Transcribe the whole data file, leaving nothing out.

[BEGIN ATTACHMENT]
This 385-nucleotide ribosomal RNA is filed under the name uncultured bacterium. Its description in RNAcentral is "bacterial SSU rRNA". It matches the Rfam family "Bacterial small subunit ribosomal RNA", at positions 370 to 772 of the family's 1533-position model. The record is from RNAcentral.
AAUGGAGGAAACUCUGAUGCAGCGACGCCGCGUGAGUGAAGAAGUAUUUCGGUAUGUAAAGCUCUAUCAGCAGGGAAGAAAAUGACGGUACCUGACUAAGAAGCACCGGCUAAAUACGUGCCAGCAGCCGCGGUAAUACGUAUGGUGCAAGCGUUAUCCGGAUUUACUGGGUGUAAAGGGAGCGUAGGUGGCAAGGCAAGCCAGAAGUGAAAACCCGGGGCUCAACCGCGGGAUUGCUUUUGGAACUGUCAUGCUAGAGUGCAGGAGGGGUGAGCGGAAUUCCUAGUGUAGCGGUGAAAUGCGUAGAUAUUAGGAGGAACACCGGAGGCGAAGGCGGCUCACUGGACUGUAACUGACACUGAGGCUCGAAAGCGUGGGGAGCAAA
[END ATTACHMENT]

This 385-nucleotide ribosomal RNA is filed under the name uncultured bacterium. Its description in RNAcentral is "bacterial SSU rRNA". It matches the Rfam family "Bacterial small subunit ribosomal RNA", at positions 370 to 772 of the family's 1533-position model. The record is from RNAcentral.
AAUGGAGGAAACUCUGAUGCAGCGACGCCGCGUGAGUGAAGAAGUAUUUCGGUAUGUAAAGCUCUAUCAGCAGGGAAGAAAAUGACGGUACCUGACUAAGAAGCACCGGCUAAAUACGUGCCAGCAGCCGCGGUAAUACGUAUGGUGCAAGCGUUAUCCGGAUUUACUGGGUGUAAAGGGAGCGUAGGUGGCAAGGCAAGCCAGAAGUGAAAACCCGGGGCUCAACCGCGGGAUUGCUUUUGGAACUGUCAUGCUAGAGUGCAGGAGGGGUGAGCGGAAUUCCUAGUGUAGCGGUGAAAUGCGUAGAUAUUAGGAGGAACACCGGAGGCGAAGGCGGCUCACUGGACUGUAACUGACACUGAGGCUCGAAAGCGUGGGGAGCAAA